PS— May I also state that Hold days of obligation NEED to be restored –it’s a whole mess of confusion –a holy day is only a holy day when it falls on certain days of the week but when that day of the week is a Saturday or Monday it is not and —other days are holy days no matter when they occur even if it be a Saturday or Sunday — then you have the Ascension Thursday thing where you can go to this state and the Ascenion is a Day of obligation but you go to another state it is not because they moved it to a Sunday-it’s hard to keep straight and try explaining that to a group of 7th graders in ccd class

  2. berenike says:

    The bishops of England and Wales, not of Great Britain. Maybe the Scottish bishops will follow suit.

  3. Tater Soup says:

    Your Excellency,

    I loved your stint on 60 minutes over the weekend. They went a little too heavy on your willingness to fully participate in the meal. You are in good company. After all we share an eating tradition with none other than the Resurrected Lord who after first offering peace and his wounds asked the disciples, “Do you have anything to eat?” (Luke 24:41). They offered him some baked fish. And he took it and ate it in front of them. I take it from this story not only are we ill-prepared to meet Jesus Christ but we shouldn’t be surprised if someone is ill-mannered after looking after others needs. It all lends to the authenticity of the story. After the 60 minutes episode I’m sure more will understand your point of view.

    The importance and relationship of fraternal love transmitted through the food we eat can not be ignored, or understated. The unleavened bread we call the Lamb, the image of the fish symbolizing Christ, the wine becoming His Precious Blood, the table becoming the altar. Jesus poking the charcoal fire asking over “flame roasted fish,” Peter, do you love me? All of this tradition and scripture coming about because a married couple were snookered into eating an apple one day in the garden when they should have just said no thank you.

    So Christ like to ask us to be mindful of our appetites and take into account that after Jesus waited on his apostles and washed their feet and had a simple meal of bread and wine He retired to the garden. Where: He sweated blood, was dragged across town, took forty lashes while being mocked and humiliated, carried a cross upon which he hung for hours, he was stabbed and bled out, between two petty thieves all in front of his mother, then descended into hell and after saving the world literally, rises from the grave and before he actually expresses his hunger, extends his blessing and acknowledges fear and doubts in the same friends who recently dozed off on him, denied him, doubted him and deserted him and hearing upon his stated desire to dine…..(don’t miss this) they come up with some baked fish.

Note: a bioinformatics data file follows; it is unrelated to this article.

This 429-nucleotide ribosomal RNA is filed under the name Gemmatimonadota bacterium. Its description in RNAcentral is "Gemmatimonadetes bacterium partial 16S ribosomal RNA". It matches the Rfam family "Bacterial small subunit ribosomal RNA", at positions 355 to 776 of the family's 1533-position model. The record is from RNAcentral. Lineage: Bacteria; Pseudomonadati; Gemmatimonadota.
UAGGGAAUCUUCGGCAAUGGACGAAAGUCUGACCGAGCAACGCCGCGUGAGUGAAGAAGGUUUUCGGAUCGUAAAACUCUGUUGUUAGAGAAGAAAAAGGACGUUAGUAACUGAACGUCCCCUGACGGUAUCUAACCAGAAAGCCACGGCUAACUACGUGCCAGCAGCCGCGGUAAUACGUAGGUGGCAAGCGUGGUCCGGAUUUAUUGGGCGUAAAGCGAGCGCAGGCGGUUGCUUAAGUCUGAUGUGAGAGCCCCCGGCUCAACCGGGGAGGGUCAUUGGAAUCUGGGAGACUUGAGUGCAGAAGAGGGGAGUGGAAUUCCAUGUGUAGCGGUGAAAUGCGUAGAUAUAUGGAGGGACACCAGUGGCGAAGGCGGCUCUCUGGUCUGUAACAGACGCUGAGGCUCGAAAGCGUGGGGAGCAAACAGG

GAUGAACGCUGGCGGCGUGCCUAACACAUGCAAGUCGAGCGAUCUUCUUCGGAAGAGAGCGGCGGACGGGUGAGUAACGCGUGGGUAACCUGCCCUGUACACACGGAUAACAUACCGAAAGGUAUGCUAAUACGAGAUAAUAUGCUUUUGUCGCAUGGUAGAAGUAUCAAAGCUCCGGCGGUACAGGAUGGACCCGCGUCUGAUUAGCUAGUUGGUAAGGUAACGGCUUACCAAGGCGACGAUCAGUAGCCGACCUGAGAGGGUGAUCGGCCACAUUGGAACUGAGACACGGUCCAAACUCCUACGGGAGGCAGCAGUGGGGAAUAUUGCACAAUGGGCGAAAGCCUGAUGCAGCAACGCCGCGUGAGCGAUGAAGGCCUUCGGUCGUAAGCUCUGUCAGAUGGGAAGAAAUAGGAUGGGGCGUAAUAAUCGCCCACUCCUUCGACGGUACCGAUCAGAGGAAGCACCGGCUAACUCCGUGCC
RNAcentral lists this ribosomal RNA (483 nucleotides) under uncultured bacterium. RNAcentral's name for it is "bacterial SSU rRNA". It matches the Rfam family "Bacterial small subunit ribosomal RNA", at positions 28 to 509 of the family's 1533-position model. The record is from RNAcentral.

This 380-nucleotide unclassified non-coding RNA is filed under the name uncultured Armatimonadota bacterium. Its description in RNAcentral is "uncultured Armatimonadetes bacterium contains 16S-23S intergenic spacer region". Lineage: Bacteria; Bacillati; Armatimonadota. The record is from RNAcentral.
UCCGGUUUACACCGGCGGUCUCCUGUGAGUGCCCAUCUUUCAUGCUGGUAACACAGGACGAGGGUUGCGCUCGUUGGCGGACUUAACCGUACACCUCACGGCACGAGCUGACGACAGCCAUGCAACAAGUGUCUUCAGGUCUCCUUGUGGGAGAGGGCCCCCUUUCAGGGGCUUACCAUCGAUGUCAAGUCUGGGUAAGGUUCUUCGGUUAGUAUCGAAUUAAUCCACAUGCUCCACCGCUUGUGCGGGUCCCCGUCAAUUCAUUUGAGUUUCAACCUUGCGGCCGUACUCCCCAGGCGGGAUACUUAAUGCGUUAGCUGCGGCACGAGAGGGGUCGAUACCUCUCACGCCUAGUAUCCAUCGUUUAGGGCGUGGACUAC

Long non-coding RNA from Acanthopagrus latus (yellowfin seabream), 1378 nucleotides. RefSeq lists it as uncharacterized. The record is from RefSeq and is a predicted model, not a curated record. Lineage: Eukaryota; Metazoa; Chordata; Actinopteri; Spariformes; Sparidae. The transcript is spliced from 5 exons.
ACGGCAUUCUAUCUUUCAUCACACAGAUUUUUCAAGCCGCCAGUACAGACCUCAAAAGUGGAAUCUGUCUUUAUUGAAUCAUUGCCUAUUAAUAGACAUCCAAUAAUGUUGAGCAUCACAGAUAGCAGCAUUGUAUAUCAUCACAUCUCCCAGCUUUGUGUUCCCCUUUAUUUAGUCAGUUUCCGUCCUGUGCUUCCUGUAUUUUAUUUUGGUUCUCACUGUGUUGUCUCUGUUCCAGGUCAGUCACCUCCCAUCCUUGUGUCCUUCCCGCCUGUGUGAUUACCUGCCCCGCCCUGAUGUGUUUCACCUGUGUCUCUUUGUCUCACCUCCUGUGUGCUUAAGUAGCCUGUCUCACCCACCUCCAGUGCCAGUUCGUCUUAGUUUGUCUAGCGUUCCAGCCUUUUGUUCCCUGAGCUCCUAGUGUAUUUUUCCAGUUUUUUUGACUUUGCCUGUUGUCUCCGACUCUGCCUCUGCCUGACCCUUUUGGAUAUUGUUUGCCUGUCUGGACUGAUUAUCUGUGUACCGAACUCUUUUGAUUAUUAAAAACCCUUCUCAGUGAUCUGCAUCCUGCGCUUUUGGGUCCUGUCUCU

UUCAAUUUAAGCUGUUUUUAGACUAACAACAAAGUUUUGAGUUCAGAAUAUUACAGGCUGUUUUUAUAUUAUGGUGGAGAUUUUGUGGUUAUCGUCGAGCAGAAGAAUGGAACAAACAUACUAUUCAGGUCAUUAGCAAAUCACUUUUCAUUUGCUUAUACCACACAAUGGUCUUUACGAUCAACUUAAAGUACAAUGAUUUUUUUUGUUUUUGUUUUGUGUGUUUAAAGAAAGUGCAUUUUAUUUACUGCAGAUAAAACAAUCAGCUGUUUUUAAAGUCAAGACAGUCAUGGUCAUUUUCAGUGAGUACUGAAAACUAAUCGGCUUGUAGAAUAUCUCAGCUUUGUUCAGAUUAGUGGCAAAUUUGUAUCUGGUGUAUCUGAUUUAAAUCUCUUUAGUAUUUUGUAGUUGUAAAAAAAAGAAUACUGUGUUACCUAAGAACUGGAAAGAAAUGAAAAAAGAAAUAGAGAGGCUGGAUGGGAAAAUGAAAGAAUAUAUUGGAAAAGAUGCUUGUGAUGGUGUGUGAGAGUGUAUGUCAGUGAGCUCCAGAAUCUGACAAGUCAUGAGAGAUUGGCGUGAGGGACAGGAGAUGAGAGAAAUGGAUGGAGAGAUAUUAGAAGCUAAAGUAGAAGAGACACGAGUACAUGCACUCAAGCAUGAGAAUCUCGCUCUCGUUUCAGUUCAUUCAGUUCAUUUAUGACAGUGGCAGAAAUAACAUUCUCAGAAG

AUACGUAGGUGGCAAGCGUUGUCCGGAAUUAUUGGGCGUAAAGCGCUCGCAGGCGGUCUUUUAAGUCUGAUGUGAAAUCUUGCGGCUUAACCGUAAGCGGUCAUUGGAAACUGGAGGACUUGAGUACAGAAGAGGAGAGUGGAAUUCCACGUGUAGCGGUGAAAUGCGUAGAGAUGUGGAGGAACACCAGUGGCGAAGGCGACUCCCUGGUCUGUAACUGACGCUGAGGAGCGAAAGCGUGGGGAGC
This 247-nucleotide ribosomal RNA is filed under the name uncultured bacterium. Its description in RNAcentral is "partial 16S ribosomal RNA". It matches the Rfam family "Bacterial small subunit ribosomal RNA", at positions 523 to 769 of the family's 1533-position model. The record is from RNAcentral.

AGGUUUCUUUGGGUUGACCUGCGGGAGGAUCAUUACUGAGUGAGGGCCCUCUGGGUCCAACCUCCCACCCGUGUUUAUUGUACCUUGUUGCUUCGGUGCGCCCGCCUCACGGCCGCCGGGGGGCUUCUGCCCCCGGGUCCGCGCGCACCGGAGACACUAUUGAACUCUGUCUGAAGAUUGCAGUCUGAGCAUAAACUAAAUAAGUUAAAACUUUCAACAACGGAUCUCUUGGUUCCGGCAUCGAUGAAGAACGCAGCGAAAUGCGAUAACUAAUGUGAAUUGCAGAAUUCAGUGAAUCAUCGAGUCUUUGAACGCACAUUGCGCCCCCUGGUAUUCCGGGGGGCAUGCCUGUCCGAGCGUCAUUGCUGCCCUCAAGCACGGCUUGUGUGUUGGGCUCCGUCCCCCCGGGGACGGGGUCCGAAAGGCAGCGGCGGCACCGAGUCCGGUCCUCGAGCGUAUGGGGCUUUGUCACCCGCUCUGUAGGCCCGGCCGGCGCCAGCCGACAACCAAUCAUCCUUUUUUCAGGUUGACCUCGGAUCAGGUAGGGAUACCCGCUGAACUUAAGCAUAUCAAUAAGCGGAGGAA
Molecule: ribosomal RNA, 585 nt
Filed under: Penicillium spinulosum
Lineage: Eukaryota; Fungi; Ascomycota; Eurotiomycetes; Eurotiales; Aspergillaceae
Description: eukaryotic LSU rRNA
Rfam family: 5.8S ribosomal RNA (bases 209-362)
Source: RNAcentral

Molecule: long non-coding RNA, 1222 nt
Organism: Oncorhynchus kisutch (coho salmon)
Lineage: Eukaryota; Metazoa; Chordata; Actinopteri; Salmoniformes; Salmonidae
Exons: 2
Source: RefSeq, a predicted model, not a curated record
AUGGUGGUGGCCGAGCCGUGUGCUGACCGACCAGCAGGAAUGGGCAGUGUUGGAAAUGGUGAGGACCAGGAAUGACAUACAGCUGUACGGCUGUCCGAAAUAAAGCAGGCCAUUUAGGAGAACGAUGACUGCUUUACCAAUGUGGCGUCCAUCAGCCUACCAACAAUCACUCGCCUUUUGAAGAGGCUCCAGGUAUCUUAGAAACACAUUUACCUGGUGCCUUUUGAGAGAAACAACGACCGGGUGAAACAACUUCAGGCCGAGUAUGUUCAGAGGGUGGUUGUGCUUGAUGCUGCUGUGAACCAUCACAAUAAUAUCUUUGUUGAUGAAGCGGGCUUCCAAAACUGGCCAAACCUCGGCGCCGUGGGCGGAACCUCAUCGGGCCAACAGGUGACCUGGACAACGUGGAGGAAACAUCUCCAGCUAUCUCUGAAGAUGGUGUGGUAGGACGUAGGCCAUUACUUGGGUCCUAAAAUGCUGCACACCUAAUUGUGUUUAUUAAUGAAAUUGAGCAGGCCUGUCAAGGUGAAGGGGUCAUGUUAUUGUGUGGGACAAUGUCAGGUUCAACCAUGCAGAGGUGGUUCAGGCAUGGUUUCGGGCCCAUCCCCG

We have all put in a day’s labor and come home to an empty house, no spouse, no kids, no dinner, no laughter, no love but we can always look forward to going to church on Sunday, and being thankful for a loving God and hope that tomorrow will be a better day. Jesus knows all about the rewards waiting for us, just as I am sure He knew he didn’t save the world for a piece of baked fish. A community eating fish on Friday can remind the world were still working here, and so is He.

  4. Mitch says:

    Please do bring back meatless Fridays. The unity of seeing another Catholic getting a fish sandwich in a restaraunt on Friday is an invisible bond that we all share in and reminds us of our Faith. It could even lead to a “Hi” how are you type of familiarity. Yes, please bring it back in the way England and Wales have. Something really needs to be done. People do not do their own thing, the majority don’t anyways. We need guidance through disciplines that are common to all of us and connect us together. As is stated in the article. Every other Faith has highly visible markers. Never, ever because of my charity has anyone told me “Oh you must be a Catholic”. Everyone doing different things just doesn’t make the grade, the few who do. It is not an external unifier.

  5. Emmi says:

    Your Excellency,

    I think your writing is right to the point. We need to reinstall some credibility to our faith. I get pretty often confronted by my fellow students in a secular university with question:”So what do you do? I mean what is it that makes you Catholics different from Protestants??” It would sound pretty bad if I would say: Well, there used to be all these rules, but we no more observe them.. Instead I talk about the Mass, about the Rosary, and about the Holy Mother Church. None of my family or my husband’s family is named after a Saint. I think its part of the beauty of tradition, and we did name our daughter after the first female Doctor of the Church. To conclude I think the words of St. Francis of Assisi are pretty much to the point as well:”Preach the Gospel at all times, when necessary use words.”

  6. I matriculated (good word. it shows I am able to spell) from Catholic school to public school (in 1956 om northern California) as a high school Junior. It impressed me that even the public school served meatless lunches in the cafeteria on Fridays. There was no outrage, of course, as that was just the way it was done.